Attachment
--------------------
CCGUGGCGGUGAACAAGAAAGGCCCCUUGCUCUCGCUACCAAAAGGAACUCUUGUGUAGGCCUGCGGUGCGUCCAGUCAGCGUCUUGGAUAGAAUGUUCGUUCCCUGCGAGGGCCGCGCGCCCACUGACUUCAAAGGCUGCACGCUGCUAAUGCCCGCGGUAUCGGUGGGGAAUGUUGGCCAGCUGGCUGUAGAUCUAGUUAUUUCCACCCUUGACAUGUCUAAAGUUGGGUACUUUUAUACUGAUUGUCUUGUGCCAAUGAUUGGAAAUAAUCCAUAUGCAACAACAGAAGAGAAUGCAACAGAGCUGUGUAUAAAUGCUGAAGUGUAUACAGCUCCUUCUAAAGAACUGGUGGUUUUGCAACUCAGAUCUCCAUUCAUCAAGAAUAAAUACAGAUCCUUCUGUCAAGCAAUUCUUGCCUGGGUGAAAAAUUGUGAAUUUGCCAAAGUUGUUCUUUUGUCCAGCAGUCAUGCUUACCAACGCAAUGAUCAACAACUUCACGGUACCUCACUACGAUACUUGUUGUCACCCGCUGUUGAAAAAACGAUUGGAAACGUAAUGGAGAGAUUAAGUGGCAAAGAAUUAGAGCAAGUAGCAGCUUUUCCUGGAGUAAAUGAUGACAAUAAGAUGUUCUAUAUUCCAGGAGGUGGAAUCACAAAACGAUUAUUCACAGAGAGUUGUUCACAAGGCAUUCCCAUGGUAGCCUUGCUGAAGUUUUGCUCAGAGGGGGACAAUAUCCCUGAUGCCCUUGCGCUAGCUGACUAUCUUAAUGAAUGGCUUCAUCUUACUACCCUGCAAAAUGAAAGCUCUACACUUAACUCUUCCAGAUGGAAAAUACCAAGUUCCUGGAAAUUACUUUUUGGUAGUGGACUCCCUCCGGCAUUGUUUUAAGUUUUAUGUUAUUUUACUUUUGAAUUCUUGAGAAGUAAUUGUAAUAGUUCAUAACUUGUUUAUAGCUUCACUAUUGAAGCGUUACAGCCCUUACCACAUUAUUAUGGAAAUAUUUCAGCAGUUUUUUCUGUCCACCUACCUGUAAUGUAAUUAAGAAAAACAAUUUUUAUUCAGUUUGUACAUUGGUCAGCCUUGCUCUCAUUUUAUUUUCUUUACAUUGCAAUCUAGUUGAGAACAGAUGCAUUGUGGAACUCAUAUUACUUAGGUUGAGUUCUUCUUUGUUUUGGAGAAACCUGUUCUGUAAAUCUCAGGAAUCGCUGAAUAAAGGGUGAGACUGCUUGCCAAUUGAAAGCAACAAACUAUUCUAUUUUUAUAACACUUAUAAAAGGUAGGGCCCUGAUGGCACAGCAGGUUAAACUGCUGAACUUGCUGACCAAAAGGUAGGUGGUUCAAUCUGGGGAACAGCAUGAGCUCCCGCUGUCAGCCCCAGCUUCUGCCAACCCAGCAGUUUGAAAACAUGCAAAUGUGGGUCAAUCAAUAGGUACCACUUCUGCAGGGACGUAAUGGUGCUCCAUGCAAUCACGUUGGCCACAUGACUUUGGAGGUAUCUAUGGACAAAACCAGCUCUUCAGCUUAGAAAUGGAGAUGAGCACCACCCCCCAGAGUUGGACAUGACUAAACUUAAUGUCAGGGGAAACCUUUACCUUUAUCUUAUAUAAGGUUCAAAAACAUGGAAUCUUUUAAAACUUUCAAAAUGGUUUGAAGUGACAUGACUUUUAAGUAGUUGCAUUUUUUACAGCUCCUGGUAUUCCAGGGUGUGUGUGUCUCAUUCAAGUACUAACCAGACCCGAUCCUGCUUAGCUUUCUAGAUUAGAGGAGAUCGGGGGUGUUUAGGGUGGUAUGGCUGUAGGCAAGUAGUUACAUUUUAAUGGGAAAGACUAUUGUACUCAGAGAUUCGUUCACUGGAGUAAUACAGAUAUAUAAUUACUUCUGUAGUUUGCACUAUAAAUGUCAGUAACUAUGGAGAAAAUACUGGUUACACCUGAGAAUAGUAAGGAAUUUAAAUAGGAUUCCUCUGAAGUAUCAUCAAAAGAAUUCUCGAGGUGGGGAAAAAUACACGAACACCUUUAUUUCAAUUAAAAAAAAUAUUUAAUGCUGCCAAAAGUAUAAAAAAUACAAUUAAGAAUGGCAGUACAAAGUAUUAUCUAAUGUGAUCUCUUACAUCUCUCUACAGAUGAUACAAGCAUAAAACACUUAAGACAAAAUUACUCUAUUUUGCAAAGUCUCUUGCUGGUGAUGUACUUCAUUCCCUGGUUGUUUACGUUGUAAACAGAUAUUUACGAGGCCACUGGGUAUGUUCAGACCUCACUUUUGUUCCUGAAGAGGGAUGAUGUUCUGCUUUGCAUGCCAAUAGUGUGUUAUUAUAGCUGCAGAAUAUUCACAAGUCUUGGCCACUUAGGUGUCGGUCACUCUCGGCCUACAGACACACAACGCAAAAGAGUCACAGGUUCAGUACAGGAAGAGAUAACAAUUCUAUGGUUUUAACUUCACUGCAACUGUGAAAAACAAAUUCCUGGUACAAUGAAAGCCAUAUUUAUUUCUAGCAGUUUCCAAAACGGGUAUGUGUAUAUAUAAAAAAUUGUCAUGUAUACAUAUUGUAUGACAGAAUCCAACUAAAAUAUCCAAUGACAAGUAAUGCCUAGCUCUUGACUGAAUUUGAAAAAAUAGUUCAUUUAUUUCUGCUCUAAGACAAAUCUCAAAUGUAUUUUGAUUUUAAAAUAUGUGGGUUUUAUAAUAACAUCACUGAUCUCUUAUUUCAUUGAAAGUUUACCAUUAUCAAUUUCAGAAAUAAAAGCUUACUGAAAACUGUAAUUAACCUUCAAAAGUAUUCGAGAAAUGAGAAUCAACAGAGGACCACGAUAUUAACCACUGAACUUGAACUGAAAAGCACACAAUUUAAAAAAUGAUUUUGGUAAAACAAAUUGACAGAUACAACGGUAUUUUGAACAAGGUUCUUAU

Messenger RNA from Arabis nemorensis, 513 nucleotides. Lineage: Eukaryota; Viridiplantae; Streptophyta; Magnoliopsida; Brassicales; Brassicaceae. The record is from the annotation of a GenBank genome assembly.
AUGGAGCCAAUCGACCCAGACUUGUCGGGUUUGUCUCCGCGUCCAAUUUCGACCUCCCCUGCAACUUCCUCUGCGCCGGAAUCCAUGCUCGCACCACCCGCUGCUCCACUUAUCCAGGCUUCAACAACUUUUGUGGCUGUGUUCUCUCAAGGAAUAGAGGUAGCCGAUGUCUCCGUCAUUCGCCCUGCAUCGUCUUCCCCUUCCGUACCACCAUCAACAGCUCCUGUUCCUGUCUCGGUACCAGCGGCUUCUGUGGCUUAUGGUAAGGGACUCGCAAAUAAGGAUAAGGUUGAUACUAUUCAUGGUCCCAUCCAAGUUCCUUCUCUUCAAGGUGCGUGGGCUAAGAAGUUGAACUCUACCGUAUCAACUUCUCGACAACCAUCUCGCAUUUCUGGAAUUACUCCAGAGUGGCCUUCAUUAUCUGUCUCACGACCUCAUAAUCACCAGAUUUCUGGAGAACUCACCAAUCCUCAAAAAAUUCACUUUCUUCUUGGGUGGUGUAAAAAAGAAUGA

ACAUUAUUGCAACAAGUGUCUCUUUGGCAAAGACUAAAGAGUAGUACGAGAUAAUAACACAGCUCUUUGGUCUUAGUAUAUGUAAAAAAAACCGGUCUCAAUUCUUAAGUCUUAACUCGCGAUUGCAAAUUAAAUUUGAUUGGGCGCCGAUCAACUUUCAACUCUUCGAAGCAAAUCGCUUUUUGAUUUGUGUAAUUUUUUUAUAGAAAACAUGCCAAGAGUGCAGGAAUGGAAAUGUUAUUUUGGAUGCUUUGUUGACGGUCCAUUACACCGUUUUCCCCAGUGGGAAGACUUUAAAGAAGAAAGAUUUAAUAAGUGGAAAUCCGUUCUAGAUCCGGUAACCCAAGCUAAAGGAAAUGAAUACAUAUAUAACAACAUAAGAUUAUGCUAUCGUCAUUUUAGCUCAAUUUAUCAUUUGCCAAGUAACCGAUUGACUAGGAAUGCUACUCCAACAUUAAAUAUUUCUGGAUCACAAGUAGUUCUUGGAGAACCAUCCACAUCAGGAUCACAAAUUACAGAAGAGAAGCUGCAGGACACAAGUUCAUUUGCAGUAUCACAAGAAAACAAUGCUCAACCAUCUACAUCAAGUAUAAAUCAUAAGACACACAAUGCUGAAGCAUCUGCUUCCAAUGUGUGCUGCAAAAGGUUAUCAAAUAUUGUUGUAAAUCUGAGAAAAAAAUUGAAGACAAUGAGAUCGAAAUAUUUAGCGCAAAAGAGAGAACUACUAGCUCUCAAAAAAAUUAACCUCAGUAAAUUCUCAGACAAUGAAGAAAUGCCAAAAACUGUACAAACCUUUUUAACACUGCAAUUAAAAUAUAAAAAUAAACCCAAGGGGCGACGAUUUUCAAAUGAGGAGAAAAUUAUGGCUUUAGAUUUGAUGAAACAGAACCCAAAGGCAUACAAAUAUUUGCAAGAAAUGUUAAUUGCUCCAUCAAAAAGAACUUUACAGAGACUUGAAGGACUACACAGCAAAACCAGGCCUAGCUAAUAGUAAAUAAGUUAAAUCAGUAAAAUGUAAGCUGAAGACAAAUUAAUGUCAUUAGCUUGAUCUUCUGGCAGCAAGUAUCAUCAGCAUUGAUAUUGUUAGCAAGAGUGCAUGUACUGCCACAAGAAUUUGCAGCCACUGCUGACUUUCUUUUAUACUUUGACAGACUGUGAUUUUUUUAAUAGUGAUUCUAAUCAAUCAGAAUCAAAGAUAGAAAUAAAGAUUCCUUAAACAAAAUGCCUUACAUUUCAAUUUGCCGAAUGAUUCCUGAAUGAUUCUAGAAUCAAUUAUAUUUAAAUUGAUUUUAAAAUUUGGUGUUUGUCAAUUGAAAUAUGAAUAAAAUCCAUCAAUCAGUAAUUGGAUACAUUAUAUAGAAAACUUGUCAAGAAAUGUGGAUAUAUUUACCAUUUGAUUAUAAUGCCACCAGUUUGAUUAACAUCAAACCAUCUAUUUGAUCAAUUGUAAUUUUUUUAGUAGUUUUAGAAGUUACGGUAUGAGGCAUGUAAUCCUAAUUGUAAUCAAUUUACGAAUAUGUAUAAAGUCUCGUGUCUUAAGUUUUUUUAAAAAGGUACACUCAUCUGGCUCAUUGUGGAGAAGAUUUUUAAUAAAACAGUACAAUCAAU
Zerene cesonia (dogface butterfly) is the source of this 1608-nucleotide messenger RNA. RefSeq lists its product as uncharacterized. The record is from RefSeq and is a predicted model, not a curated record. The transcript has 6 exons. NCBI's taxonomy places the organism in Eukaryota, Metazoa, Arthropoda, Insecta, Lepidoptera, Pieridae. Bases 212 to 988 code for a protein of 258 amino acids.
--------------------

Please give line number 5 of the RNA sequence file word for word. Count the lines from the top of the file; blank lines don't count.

Zerene cesonia (dogface butterfly) is the source of this 1608-nucleotide messenger RNA. RefSeq lists its product as uncharacterized. The record is from RefSeq and is a predicted model, not a curated record. The transcript has 6 exons. NCBI's taxonomy places the organism in Eukaryota, Metazoa, Arthropoda, Insecta, Lepidoptera, Pieridae. Bases 212 to 988 code for a protein of 258 amino acids.